, Volume 58, Issue 5, pp 757-764
Date: 11 Oct 2012

The use of household cleaning products during pregnancy and lower respiratory tract infections and wheezing during early life

Rent the article at a discount

Rent now

* Final gross prices may vary according to local VAT.

Get Access



To evaluate the effects of household use of cleaning products during pregnancy on infant wheezing and lower respiratory tract infections (LRTI).


In four prospective Spanish birth cohorts (n = 2,292), pregnant women reported the use of household cleaning products. When infants were 12–18 months old, current cleaning product use and infant’s wheezing and LRTI were reported. Cohort-specific associations between the use of specific products and respiratory outcomes were evaluated using multivariable regression analyses and estimates were combined using random-effects meta-analyses.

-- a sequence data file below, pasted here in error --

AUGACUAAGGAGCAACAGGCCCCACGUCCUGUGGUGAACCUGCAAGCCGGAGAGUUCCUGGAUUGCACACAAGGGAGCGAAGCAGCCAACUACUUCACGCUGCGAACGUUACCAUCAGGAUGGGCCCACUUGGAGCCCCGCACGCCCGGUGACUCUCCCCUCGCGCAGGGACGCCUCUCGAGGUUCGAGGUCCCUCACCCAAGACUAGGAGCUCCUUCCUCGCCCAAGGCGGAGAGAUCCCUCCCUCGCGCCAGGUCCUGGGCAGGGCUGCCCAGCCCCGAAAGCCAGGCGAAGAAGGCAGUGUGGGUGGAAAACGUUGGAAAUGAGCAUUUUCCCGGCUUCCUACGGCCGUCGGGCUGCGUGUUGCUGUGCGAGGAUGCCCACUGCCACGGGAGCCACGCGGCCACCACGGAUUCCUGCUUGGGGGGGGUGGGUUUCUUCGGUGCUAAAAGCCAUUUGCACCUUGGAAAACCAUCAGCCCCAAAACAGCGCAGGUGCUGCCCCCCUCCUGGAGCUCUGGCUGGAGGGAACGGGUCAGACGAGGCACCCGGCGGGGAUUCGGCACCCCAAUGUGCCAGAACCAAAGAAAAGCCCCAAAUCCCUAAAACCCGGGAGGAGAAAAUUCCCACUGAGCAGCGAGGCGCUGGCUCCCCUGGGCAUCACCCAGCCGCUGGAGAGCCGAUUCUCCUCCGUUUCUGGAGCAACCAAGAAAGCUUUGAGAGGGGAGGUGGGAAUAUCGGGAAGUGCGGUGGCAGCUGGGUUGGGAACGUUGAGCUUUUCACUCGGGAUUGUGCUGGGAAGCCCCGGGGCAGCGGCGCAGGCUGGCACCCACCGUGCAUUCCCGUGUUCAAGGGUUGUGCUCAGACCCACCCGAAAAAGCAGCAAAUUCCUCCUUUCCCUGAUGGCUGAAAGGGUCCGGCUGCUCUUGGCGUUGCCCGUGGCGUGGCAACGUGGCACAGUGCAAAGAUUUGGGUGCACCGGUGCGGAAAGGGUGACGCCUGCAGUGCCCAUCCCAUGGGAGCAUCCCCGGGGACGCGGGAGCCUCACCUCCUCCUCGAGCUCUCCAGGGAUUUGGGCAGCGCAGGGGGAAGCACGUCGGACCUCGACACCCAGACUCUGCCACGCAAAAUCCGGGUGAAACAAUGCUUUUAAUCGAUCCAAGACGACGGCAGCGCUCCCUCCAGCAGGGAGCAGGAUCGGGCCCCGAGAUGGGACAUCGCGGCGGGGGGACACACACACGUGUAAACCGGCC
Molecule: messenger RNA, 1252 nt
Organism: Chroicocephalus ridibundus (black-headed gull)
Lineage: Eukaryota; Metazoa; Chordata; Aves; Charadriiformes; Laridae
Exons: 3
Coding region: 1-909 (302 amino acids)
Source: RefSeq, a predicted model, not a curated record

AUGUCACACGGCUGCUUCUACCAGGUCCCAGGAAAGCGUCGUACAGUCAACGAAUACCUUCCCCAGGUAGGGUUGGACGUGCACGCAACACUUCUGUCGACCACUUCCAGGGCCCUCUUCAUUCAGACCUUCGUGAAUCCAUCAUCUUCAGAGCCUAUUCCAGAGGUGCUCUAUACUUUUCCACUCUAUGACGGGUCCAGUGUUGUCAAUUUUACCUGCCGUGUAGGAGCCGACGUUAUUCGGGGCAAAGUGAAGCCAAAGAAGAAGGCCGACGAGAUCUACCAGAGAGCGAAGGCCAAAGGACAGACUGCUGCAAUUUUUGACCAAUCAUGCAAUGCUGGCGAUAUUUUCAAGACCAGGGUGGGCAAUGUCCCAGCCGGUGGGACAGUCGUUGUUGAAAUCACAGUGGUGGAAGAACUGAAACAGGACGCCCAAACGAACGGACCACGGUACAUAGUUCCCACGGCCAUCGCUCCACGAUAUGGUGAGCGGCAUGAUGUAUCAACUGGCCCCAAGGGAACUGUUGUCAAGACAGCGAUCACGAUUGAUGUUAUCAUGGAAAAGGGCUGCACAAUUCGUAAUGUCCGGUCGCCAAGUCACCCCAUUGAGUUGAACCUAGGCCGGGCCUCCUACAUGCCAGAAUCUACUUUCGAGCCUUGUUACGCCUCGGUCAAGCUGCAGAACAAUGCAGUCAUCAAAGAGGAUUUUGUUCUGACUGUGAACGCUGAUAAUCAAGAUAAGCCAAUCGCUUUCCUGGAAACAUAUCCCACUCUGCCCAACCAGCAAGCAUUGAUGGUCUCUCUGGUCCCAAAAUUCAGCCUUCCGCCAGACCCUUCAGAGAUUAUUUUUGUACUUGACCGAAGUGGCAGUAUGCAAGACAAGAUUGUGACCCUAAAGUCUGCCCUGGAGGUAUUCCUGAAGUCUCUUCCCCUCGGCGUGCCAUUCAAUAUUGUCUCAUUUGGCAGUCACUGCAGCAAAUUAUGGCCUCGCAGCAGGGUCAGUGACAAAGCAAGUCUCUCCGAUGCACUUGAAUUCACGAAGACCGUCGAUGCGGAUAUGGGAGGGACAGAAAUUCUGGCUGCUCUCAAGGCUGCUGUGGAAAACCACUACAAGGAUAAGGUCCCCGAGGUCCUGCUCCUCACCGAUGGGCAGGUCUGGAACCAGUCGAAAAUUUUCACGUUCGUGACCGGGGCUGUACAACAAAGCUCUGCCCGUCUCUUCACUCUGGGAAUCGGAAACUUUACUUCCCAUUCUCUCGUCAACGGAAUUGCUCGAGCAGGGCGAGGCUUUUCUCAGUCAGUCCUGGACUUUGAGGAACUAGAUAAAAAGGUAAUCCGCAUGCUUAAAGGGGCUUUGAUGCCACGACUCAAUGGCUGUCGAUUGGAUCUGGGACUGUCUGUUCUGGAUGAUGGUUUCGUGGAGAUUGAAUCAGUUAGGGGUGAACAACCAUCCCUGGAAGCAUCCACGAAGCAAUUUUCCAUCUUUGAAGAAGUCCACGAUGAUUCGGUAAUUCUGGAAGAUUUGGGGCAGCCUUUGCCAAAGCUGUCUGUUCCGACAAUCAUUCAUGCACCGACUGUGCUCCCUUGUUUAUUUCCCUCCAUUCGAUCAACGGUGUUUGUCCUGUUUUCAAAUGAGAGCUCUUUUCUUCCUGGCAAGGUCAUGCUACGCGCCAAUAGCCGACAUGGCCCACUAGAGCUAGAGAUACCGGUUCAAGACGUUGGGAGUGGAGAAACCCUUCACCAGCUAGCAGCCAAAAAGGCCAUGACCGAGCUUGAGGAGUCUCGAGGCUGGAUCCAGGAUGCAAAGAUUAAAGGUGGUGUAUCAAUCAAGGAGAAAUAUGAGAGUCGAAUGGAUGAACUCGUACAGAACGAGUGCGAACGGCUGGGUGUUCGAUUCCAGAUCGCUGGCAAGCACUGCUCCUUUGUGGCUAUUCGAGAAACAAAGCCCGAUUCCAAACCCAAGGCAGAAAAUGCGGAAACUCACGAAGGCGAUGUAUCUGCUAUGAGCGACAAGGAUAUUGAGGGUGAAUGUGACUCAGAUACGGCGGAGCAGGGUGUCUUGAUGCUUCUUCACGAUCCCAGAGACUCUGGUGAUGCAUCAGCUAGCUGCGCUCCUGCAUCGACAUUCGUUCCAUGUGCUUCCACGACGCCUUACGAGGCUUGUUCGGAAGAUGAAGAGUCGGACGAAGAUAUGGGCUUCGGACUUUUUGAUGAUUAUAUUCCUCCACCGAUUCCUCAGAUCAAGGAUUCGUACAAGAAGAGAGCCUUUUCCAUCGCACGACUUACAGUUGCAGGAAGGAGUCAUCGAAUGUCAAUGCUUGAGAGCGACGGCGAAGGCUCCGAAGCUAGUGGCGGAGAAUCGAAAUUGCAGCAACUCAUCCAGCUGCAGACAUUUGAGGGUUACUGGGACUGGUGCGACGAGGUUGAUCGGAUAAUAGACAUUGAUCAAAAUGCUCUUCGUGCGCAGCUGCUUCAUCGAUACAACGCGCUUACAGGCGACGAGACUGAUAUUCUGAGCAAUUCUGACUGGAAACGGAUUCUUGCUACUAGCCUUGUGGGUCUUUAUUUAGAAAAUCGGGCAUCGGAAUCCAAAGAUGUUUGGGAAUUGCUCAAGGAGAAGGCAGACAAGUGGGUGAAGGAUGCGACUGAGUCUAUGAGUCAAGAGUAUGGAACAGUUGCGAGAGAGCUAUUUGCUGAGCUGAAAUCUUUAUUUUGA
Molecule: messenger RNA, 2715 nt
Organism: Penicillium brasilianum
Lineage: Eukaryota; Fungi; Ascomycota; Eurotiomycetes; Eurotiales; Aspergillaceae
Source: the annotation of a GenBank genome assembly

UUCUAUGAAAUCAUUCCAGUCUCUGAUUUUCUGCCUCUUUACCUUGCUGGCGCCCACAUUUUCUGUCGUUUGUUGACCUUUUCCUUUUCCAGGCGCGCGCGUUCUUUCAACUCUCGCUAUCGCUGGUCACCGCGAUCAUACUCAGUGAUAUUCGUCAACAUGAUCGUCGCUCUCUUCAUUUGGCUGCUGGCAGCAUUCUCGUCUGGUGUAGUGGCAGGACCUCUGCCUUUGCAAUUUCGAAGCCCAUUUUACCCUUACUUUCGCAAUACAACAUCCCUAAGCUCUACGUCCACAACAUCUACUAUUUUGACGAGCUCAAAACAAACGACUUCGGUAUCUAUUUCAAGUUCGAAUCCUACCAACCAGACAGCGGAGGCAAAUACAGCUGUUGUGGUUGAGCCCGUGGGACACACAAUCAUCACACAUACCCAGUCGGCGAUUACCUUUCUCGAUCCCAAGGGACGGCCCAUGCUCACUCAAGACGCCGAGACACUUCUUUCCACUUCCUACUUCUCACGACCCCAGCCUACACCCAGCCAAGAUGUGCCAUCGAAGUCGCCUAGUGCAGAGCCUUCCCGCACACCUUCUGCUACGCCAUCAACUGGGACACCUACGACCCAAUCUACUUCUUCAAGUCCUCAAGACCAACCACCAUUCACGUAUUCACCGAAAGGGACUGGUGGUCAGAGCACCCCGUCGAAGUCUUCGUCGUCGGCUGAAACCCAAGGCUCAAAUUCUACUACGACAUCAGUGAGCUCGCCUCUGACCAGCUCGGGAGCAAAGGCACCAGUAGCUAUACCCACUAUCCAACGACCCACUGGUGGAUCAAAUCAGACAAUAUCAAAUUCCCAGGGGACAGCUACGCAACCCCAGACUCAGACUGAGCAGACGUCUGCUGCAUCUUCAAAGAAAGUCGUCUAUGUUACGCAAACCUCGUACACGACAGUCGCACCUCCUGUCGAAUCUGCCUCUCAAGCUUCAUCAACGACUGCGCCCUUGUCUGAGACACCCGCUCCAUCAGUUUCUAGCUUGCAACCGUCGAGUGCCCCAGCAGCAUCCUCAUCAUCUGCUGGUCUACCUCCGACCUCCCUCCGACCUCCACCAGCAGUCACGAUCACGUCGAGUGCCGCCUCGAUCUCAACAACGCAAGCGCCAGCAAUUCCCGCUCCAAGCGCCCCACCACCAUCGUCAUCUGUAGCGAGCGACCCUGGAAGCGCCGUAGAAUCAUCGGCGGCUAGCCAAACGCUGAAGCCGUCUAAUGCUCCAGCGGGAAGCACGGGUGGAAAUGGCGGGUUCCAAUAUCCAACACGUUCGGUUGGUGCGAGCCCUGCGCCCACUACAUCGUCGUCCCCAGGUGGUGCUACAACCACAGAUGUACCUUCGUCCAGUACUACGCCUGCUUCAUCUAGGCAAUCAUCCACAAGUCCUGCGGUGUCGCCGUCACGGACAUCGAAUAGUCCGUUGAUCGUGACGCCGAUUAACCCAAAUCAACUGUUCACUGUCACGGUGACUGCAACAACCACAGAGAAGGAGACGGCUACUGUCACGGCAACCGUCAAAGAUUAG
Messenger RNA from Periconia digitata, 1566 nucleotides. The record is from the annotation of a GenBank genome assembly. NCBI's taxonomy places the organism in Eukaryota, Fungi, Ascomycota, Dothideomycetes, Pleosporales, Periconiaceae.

The period prevalence of LRTI was higher when sprays (combined odds ratio (OR) = 1.29; 95 % confidence interval (CI) 1.04–1.59) or air fresheners (OR = 1.29; CI 1.03–1.63) were used during pregnancy. The odds of wheezing increased with spray (OR = 1.37; CI 1.10–1.69) and solvent (OR = 1.30; CI 1.03–1.62) use. The associations between spray and air freshener use during pregnancy and both outcomes remained apparent when these products were not used after pregnancy. Nevertheless, the estimates were higher when post-natal exposure was included.


The use of cleaning sprays, air fresheners and solvents during pregnancy may increase the risk of wheezing and infections in the offspring.